largeThe Sudanese cabinet approved a bill on Tuesday to abolish the 63-year effective boycott of Israel, after Sudan had normalized diplomatic relations with the Jewish state at the end of 2020.
He said in a statement: “The Cabinet has passed a bill to repeal the boycott of Israel from 1958 to 2021.”
The text must still be approved by the sovereign committee, the country’s highest authority, in order to have legal effect.
The Council of Ministers also reaffirmed Sudan’s “firm stance” and supported the two-state solution, namely the establishment of a Palestinian state with Israel.
The 1958 law prohibits trading with Jewish countries, people of Israeli nationality, or companies owned by Israelis. Likewise, it prohibits the import of even some products manufactured in Israel.
Anyone who violates the boycott may face up to ten years in prison and heavy fines.
For a long time, Khartoum has been the mainstay of the North African Anti-Israel Front. A few weeks after the Six-Day War in 1967, it hosted an Arab summit and announced the “three nos” resolution: no recognition of peace. . And negotiate with Hebrew State.
During the thirty years and even decades of the autocratic rule of the former President Omar al-Bashir, Sudan was ousted from power in April 2019 and has maintained a strong stance against the Jewish state.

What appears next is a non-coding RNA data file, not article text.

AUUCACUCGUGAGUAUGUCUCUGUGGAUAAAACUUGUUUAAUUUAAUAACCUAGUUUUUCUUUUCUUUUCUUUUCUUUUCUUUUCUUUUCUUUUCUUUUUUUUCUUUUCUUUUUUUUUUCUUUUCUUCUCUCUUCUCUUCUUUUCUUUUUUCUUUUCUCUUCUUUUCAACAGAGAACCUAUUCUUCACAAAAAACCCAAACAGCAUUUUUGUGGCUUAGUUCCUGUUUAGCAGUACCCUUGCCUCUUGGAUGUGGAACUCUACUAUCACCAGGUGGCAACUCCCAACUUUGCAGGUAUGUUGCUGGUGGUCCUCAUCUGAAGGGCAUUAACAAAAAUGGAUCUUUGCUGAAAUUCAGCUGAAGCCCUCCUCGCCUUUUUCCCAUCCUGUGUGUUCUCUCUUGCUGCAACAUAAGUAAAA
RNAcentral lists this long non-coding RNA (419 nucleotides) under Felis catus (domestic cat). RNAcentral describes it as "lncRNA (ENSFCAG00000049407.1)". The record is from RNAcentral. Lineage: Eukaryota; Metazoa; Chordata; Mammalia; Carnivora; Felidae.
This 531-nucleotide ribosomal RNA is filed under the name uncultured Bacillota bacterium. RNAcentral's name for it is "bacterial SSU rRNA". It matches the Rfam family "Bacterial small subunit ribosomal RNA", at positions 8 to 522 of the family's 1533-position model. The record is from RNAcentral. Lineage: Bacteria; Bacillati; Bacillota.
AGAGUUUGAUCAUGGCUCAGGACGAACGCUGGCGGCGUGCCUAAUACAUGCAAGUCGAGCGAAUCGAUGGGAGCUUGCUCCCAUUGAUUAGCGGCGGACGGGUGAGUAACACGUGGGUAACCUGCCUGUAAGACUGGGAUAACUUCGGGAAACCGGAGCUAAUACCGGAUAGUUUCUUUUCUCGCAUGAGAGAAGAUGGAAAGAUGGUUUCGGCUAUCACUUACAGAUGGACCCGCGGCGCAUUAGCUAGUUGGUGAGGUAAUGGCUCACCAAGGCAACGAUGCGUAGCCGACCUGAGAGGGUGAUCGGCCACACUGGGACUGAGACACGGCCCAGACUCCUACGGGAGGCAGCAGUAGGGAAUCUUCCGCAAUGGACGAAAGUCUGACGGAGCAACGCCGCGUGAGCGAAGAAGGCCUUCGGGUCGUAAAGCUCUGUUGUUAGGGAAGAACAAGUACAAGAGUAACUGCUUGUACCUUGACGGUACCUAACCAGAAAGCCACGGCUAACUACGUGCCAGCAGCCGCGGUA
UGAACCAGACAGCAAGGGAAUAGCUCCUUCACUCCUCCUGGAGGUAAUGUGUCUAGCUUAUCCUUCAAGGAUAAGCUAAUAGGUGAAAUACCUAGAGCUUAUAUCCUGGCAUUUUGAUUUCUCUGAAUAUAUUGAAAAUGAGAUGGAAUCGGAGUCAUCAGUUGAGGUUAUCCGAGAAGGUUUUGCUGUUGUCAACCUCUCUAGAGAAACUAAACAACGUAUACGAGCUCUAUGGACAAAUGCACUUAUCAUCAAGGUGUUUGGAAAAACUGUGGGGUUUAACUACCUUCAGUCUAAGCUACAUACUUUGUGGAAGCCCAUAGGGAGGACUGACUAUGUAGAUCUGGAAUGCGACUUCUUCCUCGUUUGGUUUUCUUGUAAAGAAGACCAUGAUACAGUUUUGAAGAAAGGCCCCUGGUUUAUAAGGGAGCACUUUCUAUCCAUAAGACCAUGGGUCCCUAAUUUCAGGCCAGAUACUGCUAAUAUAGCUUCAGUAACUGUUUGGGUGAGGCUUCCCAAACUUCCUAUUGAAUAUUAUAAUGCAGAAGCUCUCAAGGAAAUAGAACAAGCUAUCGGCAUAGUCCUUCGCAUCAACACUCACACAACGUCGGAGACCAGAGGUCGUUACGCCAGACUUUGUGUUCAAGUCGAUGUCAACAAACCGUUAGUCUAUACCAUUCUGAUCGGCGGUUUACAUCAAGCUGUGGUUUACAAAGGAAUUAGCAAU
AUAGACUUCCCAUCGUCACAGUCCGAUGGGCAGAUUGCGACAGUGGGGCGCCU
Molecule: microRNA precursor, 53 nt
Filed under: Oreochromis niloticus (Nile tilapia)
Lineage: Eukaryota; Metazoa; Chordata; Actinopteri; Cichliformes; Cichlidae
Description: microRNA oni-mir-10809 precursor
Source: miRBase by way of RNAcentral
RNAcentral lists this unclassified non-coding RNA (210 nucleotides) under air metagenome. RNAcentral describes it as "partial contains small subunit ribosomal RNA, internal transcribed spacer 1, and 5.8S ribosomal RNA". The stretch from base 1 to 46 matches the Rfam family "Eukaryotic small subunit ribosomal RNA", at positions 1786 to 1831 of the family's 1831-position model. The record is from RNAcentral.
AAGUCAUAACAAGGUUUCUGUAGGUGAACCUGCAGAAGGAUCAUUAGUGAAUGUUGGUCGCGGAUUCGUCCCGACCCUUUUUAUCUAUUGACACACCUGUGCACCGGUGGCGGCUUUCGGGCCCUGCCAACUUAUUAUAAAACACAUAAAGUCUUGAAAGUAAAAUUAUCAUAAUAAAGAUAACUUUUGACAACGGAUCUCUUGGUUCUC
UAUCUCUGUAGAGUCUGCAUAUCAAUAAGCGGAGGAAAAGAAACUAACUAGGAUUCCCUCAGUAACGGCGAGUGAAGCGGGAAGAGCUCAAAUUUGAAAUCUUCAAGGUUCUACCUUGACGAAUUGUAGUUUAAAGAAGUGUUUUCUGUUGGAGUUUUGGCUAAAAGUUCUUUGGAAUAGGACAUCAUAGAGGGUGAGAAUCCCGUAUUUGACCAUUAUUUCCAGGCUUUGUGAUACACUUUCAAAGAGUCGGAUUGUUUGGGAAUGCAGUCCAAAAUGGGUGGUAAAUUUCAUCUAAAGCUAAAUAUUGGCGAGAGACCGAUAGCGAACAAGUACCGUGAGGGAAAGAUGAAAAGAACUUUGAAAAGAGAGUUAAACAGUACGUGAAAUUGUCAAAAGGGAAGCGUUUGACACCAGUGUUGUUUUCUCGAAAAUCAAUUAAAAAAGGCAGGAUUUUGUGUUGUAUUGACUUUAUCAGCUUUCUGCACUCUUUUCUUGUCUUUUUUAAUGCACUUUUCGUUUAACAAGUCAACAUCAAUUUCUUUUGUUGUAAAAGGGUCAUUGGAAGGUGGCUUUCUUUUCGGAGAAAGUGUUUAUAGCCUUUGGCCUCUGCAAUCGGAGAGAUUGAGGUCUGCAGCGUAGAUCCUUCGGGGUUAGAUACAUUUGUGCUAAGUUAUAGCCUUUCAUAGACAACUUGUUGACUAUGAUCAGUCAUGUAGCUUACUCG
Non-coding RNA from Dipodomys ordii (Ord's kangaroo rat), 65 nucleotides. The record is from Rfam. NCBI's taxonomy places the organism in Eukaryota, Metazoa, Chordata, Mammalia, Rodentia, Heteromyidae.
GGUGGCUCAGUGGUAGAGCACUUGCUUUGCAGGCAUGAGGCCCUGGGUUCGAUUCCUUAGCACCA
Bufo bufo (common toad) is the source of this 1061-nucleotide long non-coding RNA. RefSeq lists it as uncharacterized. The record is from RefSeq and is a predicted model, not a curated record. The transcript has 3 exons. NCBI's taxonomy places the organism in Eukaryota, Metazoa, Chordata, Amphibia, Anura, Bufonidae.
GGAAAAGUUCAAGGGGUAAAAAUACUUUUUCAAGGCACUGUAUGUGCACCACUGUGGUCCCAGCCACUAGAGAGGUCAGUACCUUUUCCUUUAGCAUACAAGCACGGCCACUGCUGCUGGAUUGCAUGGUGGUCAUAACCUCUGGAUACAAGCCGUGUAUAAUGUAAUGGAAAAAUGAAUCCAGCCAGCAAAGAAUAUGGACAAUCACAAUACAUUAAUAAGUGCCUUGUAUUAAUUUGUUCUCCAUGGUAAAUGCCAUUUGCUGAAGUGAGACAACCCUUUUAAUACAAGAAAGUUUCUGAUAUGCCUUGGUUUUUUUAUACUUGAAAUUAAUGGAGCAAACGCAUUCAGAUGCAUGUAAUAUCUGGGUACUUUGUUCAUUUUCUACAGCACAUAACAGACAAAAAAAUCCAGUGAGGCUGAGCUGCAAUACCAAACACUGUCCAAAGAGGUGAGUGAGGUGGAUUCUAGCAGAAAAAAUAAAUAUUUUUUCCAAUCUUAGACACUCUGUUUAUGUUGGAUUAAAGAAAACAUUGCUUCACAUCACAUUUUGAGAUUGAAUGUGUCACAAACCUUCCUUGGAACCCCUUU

Until 2020, starting in 1979 and 1994 respectively, only two Arab countries have established diplomatic relations with Israel: Egypt and Jordan.
But last year, with the support of Washington, several Arab countries including Morocco, the United Arab Emirates and Bahrain normalized relations with Israel.
In order to reintegrate Sudan into the international arena, the transitional government agreed to do so in exchange for the lifting of US sanctions on Khartoum.
The “Abraham Agreement” signed by Sudan and Israel in January was concluded a few weeks after Khartoum withdrew from the US “blacklist” countries accused of financing terrorism.
Israeli Intelligence Minister Eli Cohen was the first Israeli official to make an official visit to a country in Northeast Africa in January.
Relying on these simultaneous diplomatic reconciliations, Khartoum particularly hopes to improve its economic situation.
After decades of mismanagement, the Sudanese economy is now paralyzed by inflation, inflation, huge debts and a long-term lack of foreign exchange, which poses many threats to the success of its political transition.